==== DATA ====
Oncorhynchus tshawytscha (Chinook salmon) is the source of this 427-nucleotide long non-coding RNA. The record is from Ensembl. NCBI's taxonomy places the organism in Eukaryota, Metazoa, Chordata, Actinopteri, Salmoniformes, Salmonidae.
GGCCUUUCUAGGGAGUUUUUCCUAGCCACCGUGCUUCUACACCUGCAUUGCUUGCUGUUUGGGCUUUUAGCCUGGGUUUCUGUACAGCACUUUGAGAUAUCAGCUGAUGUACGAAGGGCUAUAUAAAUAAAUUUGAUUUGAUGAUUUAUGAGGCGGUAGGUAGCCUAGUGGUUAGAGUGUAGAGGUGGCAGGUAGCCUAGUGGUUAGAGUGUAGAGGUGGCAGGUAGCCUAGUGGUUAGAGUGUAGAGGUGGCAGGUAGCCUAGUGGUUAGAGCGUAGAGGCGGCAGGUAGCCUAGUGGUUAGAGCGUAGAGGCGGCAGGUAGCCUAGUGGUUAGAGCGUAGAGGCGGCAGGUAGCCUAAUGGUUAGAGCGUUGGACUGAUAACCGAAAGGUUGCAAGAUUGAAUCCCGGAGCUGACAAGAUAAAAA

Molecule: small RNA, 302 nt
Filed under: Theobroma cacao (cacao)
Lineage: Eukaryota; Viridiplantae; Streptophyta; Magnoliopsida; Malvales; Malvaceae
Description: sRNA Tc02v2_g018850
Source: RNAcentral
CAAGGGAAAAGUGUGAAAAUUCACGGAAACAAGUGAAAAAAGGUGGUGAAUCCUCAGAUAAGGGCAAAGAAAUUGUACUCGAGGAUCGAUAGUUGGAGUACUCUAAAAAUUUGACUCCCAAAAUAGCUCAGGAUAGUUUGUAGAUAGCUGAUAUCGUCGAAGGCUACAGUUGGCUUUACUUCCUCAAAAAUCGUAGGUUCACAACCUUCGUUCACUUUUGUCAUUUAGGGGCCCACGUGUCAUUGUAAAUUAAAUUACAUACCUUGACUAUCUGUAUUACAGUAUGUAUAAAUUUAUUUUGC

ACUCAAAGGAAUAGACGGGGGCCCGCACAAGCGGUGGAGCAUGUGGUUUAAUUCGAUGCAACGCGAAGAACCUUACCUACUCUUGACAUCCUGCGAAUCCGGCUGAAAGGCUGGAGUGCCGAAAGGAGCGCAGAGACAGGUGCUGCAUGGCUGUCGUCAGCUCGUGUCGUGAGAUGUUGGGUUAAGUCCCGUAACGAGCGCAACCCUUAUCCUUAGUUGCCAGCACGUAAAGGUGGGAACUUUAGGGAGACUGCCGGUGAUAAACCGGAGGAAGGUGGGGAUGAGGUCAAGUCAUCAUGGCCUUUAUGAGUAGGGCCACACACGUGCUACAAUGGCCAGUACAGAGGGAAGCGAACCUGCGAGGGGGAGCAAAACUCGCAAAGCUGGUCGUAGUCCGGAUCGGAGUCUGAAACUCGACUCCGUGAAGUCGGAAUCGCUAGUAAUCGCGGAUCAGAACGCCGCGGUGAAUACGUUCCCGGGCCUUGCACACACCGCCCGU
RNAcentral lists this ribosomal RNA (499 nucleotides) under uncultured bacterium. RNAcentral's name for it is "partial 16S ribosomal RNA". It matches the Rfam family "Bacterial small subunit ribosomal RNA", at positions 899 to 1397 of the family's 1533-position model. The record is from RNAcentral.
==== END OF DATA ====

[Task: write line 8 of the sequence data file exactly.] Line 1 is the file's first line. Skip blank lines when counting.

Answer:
CAAGGGAAAAGUGUGAAAAUUCACGGAAACAAGUGAAAAAAGGUGGUGAAUCCUCAGAUAAGGGCAAAGAAAUUGUACUCGAGGAUCGAUAGUUGGAGUACUCUAAAAAUUUGACUCCCAAAAUAGCUCAGGAUAGUUUGUAGAUAGCUGAUAUCGUCGAAGGCUACAGUUGGCUUUACUUCCUCAAAAAUCGUAGGUUCACAACCUUCGUUCACUUUUGUCAUUUAGGGGCCCACGUGUCAUUGUAAAUUAAAUUACAUACCUUGACUAUCUGUAUUACAGUAUGUAUAAAUUUAUUUUGC